I’ve been working on a small project with Lunar Energy. The design team were looking to prototype a specific hardware interaction on the actual hardware involved. I’ve been making hardware and software to enable the designers to work with the real materials in a rapid fashion - and in a way that they can easily share with technical and product colleagues.

    It’s been a great example of engineering in the service of design, and of the kind of collaborative toolmaking work I both enjoy and am particularly effective at. I’ve been jumping back and forth between browser and hardware, Javascript and embedded C++, and I think we’ve got to a really good place. I can’t wait to share a case study.

    Promising Trouble

    Finally, I’ve started a small consultancy gig with Promising Trouble on one of their programmes, spread over a few days this summer, and then a few more towards the winter. My job here is being a technological sounding board and trusted advisor, to help join the team join some dots on a project exploring a technological prototype to address societal issues. A nice consultancy project to sit alongside the nitty-gritty of the Lunar work.


    And what else? I have capacity from early August onwards, so if you’d like to talk about opportunities for collaboration or work, now is a great time to get in touch. What shape of opportunities? Right now, my sweet spots are:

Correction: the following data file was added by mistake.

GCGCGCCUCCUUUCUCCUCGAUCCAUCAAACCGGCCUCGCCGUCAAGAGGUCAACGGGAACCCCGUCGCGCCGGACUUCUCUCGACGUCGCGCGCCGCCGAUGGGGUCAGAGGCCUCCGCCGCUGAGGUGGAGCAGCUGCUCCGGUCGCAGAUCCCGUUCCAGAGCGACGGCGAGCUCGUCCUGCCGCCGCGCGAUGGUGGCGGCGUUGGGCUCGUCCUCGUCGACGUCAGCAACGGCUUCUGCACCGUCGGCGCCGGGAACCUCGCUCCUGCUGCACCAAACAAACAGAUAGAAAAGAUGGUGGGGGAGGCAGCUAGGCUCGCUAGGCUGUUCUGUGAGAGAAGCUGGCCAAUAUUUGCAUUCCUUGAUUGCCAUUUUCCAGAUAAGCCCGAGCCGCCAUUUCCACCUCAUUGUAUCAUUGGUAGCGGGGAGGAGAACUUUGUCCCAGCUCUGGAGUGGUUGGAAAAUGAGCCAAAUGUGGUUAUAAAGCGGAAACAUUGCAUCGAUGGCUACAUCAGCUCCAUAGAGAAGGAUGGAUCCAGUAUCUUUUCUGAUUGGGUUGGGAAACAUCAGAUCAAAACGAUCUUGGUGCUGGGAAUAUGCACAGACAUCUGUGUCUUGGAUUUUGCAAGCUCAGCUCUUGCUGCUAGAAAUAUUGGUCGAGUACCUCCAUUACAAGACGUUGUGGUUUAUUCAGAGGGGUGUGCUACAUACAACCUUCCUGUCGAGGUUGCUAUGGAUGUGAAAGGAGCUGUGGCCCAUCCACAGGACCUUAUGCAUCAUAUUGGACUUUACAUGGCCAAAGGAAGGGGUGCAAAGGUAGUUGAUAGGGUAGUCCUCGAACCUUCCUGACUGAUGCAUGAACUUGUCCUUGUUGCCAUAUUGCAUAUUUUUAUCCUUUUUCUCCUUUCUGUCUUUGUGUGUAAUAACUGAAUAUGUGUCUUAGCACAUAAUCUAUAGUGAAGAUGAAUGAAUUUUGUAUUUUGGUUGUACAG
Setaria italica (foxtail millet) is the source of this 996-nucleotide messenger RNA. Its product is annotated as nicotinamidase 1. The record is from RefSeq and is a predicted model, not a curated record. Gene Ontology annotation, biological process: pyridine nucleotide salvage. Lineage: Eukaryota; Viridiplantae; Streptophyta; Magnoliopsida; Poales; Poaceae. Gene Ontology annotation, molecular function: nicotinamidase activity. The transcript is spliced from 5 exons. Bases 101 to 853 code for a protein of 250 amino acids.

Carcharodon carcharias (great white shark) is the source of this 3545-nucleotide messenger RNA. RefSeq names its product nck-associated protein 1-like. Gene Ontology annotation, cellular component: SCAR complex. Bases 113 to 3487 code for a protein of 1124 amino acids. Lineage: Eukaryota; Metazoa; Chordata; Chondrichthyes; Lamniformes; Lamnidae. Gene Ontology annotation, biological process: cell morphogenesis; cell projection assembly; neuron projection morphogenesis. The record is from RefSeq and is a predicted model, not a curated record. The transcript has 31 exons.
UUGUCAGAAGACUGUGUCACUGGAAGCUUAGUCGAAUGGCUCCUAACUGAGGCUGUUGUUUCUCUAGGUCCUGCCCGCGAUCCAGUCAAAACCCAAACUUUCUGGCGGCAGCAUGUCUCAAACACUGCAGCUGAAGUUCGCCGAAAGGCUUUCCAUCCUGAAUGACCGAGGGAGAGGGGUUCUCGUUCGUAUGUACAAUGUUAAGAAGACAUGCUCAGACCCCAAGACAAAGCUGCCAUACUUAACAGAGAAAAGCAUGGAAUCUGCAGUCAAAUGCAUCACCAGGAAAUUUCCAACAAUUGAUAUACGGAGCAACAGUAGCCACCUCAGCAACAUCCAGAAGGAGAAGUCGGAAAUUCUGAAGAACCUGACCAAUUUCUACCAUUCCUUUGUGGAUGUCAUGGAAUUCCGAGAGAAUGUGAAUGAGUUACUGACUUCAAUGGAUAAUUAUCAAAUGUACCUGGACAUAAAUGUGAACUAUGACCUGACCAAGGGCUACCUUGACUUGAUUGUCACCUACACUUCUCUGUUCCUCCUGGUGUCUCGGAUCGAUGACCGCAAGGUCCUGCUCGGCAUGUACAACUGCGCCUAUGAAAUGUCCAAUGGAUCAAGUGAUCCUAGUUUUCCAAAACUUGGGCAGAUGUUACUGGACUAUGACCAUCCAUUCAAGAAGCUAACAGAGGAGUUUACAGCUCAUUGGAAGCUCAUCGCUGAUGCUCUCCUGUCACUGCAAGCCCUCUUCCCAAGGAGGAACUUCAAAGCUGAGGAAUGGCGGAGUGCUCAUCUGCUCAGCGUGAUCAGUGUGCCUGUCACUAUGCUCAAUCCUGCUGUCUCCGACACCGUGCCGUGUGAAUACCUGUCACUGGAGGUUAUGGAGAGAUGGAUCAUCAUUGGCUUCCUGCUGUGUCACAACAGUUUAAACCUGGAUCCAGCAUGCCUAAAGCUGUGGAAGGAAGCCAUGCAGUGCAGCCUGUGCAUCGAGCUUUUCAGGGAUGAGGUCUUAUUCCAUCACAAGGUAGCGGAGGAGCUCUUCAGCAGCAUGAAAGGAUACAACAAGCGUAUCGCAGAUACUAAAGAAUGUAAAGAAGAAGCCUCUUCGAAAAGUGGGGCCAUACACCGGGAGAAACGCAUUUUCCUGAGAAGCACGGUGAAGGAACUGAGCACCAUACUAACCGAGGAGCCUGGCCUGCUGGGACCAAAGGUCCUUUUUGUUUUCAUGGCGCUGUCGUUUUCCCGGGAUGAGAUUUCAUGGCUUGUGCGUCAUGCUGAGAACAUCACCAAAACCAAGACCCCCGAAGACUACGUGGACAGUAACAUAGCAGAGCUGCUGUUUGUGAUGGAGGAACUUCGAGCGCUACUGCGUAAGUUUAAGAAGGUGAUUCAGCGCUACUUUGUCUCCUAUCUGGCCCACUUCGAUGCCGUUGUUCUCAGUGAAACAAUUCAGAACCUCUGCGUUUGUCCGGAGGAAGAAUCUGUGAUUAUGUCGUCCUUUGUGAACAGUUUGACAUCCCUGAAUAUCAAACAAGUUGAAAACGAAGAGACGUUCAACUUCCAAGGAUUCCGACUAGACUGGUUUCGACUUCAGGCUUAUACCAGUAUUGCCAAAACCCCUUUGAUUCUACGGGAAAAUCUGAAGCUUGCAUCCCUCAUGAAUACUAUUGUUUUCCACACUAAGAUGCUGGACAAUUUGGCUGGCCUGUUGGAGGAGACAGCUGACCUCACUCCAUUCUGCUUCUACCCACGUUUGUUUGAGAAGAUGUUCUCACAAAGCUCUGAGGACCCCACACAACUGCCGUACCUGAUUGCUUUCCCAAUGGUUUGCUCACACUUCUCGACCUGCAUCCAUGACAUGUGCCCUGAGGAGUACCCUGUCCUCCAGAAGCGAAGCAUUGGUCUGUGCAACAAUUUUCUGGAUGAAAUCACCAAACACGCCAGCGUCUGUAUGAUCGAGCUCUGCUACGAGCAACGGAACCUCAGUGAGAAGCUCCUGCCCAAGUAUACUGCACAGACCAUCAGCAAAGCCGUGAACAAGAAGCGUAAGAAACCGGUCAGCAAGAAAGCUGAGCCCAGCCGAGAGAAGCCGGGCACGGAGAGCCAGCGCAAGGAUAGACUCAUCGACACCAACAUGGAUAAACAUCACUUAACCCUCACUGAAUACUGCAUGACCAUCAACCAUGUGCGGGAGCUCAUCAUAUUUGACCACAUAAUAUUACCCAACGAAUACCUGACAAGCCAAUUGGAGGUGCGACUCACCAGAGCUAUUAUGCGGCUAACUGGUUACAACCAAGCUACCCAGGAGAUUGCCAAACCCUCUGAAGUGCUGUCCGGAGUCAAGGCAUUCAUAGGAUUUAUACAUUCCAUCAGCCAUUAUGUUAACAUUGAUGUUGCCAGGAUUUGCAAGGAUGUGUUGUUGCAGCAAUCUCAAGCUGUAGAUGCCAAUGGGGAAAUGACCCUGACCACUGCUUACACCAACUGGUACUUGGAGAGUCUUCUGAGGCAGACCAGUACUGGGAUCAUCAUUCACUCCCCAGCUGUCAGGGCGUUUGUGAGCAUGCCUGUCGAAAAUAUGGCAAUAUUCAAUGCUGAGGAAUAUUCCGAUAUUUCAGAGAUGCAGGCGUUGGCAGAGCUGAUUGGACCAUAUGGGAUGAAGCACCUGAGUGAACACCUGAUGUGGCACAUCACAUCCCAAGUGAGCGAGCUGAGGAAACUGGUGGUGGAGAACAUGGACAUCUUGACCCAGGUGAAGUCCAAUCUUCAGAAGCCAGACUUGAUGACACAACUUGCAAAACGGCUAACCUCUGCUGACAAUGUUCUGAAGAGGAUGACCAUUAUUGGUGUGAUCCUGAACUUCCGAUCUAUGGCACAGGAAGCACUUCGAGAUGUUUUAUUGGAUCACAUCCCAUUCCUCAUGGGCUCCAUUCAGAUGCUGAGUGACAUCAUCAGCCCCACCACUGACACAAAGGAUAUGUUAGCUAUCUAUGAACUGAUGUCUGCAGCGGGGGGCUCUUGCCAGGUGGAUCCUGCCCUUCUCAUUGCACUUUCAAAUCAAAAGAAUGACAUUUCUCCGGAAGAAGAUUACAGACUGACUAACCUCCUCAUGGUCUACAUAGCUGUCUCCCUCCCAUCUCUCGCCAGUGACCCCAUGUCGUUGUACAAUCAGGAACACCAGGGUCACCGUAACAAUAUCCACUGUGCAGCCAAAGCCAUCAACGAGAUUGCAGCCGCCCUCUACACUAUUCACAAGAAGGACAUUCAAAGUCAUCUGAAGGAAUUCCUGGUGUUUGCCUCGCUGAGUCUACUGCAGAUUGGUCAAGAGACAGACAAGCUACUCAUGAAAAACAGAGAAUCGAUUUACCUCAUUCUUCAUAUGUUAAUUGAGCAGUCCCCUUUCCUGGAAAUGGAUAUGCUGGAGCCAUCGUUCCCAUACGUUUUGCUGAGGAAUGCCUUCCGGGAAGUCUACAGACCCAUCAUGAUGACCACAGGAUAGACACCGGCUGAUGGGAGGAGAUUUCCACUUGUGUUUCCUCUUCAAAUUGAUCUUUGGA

• invention and problem-solving: answering the questions what if? or could we even?; many of my most successful and impactful projects have begun by exploring the possible, and then building the probable.
    • “engineering for design” - being a software developer in the service of design, or vice versa; the technical detail of platforms, APIs, or hardware is part of what we design for now, and recent work for companies like Google AIUX and Lunar has involved straddling both worlds, letting one inform the other, working in tight cross-functional teams to build and explore that space, and ultimately communicating all of this to stakeholders.
    • projects that blend the digital and physical. I’ve been working on increasing numbers of projects that straddle hardware, firmware, and desktop or browser software, and the interactions that connect all of them.
    • technology strategy; that might be writing/thinking/collaborating, or building/exploring, or first one, then the other; I’ve recently done this with a few early-stage founders and companies.
    • focused technical projects, whether greenfield or a companion to existing work - that might be adding or integrating a significant feature, or building a standalone tool. I tend to work on the Web, in Ruby, Typescript and Javascript (as well as markup/CSS, obviously). I like relational data models, HTTP, and the interesting edges of browsers.
    • and in all of the above: thinking through making, informing the work through prototypes and final product builds.

    You can email me here if any of that sounds relevant. And now, back to the desk and workbench!